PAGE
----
Our next story comes from Elizabeth Dobrinen and her team at Madison Elementary School. Elizabeth is a RSP teacher working with students across multiple grade levels. Madison's 4th grade PLC and Elizabeth were in our UDL pilots for the 2016-2017 school year doing some incredible work in the area of professional teaming and support of students of diverse sets of needs. Here is her story!
The use of the UDL instructional planning process allows our UDL team to regularly establish clear outcomes, anticipate learner needs and measure their success. UDL also promotes collaboration among staff, student self-sufficiency and student advocacy amongst both general and special education students.
Investigating the learner’s preferences for representation, expression and engagement allows our team to work together to discover the strengths of each student in the area of learning and assessment.
For example: the 4th grade standard of area multiplication can be daunting for any student. As a team we created two model options for students to help guide them through the steps. Students were given a choice of what model worked for their learning style. Options were also given for their learning environment. Based on data and/or IEP goals, students from all three classes were directed to a small group setting in the back of the classroom. With the RSP teacher, students strengthened their understanding of the standard with their choice of the math model.
Additionally, any student can ask to request learning in a small group setting or large group for guided support. Students regularly take teachers up on this option. To ensure generalization of the standard taught, students regularly are asked to “teach” their peers to support their learning and the learning of their peers.
Data showed that with options with assessment styles (one to one setting, test read to student, white board, multiplication tables) students increased their scores by 70%.
Our 4th grade pilot program has now extended to collaboration with 5th grade and students are demonstrating success. As a staff that collaborates regularly together we are having a better understanding of UDL and how to ensure success for all students.
Elizabeth Dobrinen (RSP) & the UDL team
Madison Elementary School
Our next story from the field comes from Jessica Mireles, 5th grade teacher from Sanger Academy Charter. Her and Delilah Isaak, her PLC partner, are some of amongst most innovative UDL practitioners. Here she is addressing the instructional design evolution she experienced in her application of Universal Design for Learning with her students.
I have always believed in teaching through a universal design lens, where all students needs could be met regardless of their background and skills. UDL has provided the framework for allowing more students to succeed in the classroom and take ownership of their learning. Through this journey in UDL, I have found that there were two major components of implementation: environmental and providing both engaging and meaningful lessons/activities.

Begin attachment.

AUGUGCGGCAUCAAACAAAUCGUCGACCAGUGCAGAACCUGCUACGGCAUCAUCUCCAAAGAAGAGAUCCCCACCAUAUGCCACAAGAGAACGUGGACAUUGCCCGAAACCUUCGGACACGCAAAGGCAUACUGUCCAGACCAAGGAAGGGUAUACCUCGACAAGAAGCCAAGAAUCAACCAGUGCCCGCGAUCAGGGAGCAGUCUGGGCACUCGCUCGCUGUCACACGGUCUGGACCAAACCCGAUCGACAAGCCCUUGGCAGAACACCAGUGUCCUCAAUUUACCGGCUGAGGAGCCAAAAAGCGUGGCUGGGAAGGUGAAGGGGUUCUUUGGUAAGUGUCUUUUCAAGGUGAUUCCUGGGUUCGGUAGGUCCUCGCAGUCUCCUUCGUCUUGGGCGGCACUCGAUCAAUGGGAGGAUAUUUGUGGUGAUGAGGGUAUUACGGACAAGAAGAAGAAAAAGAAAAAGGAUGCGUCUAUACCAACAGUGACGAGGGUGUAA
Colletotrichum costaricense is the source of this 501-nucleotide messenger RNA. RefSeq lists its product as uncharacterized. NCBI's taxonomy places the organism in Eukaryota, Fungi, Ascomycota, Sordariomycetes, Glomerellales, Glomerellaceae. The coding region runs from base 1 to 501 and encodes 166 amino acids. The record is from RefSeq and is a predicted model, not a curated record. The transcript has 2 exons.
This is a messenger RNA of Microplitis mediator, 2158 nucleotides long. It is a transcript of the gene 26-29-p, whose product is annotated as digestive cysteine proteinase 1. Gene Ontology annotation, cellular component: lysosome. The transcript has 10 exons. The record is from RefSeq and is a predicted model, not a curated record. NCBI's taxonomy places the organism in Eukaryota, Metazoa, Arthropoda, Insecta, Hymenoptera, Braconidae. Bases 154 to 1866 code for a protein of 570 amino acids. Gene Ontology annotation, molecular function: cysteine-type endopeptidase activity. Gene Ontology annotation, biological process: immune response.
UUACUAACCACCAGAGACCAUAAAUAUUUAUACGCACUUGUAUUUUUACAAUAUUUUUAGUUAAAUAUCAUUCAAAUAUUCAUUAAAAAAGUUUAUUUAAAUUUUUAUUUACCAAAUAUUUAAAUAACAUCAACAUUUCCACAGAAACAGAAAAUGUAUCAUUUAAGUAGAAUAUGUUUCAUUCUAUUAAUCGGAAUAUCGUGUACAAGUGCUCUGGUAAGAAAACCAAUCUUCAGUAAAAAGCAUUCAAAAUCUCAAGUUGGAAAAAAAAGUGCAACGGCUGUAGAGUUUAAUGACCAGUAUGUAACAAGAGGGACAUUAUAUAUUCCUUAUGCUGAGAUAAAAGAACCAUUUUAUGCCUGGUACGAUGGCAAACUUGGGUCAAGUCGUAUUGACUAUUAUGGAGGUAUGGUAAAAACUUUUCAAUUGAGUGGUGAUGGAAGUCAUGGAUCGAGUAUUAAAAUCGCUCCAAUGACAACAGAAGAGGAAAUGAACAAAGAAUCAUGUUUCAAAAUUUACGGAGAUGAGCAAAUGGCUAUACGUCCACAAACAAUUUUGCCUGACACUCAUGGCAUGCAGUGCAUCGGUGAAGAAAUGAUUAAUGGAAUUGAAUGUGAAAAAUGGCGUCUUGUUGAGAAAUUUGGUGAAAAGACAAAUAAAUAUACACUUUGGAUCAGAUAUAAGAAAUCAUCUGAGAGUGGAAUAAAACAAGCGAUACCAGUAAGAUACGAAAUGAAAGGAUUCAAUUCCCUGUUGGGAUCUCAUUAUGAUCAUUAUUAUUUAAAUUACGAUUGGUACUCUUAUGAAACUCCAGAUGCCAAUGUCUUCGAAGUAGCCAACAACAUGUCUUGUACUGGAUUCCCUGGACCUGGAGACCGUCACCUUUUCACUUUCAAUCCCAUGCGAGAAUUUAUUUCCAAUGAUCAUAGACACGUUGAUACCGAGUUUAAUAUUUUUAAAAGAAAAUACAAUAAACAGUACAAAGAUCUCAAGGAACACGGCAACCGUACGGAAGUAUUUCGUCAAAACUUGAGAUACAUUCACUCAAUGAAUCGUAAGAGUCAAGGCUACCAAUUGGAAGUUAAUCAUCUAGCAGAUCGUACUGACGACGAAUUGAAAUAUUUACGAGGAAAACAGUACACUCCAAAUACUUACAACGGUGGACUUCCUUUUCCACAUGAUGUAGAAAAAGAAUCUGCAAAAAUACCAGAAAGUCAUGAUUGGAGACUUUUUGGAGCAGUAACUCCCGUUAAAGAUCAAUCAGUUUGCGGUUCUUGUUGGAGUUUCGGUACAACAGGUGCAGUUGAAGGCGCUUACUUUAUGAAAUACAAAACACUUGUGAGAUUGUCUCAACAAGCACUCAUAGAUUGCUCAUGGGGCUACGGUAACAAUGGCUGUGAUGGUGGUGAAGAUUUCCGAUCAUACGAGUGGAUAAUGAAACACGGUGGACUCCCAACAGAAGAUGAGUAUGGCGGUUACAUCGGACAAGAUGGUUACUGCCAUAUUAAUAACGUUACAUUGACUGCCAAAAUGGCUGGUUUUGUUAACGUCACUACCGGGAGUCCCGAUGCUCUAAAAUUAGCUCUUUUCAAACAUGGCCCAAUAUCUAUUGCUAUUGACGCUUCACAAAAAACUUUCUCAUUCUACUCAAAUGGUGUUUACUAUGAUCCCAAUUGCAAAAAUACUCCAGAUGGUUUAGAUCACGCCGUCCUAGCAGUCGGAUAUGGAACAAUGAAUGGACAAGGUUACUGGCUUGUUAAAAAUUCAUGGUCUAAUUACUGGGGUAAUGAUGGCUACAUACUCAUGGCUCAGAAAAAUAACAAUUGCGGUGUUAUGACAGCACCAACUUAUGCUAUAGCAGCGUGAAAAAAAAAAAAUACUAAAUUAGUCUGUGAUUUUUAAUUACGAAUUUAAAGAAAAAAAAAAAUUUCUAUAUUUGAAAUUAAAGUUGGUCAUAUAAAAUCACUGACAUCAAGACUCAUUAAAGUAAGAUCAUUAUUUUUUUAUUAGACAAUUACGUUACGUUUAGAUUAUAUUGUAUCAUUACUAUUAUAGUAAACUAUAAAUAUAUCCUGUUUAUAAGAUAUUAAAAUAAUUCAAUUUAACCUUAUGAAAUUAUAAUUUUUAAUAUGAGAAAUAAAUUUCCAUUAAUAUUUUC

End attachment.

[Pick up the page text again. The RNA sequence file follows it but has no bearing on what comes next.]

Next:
In my classroom, we learn through many hands on and relevant activities to understand a concept. We build, discuss, analyze through real life situations, tasks, and projects. Time after time, I hear students say “even though we have to do the math, it’s really fun!” or “can we learn like this all the time?” I have found that students have been able to deepen their knowledge when they are fully engaged in a lesson or activity.
Having a visual or something physical to supplement learning goes a long way. For example, students are able to understand multiplication using the area model in a physical space of tiles in the classroom or using base ten blocks or measuring and finding the area of objects and spaces around the classroom. Students also recently created a family dinner through shopping while adding, subtracting and multiplying decimals. The UDL model is extremely beneficial when teaching ELA standards the otherwise would not be appealing to students. Some activities, such as teaching opinion/argumentative writing through short debates, creating Colonial Commercials or learning new greek & latin roots through researching of new words and creating a portfolio on google slides, leave students requesting more of the same activities. As a teacher, these are the type of lessons and activities I strive for everyday.
Although my classroom is extremely structured with rules and procedures, students have choice as to how and where they learn. Depending on the assignment and whether they are working individually or with their peers, students can work in designated areas of the classroom. We have a large round table suitable for group work, a student whiteboard on the back wall, a comfy library area, a plethora of stools for extra seating anywhere in the classroom, floor space, standing desks, work tables as well as the option to work outside the classroom door if appropriate. All of the choices must be earned and expectations must be followed, not all students have these privileges. My students have learned to earn different levels of “choice”. No matter what the classroom looks like, each students is accountable and responsible for their work.
Overall, UDL has expanded my classroom and teaching style. Although it takes dedication and a creative mind to create these activities and tasks, the end product of what students receive gives more of an opportunity for student success. Students are motivated and learn more when we make teaching fun. Because these activities require immense classroom management, students become more responsible and “self-controlled” young learners.
Amy Williams & Zach Smith
District Leads for Universal Design for Learning
Sanger unified school district
Curriculum & Instruction department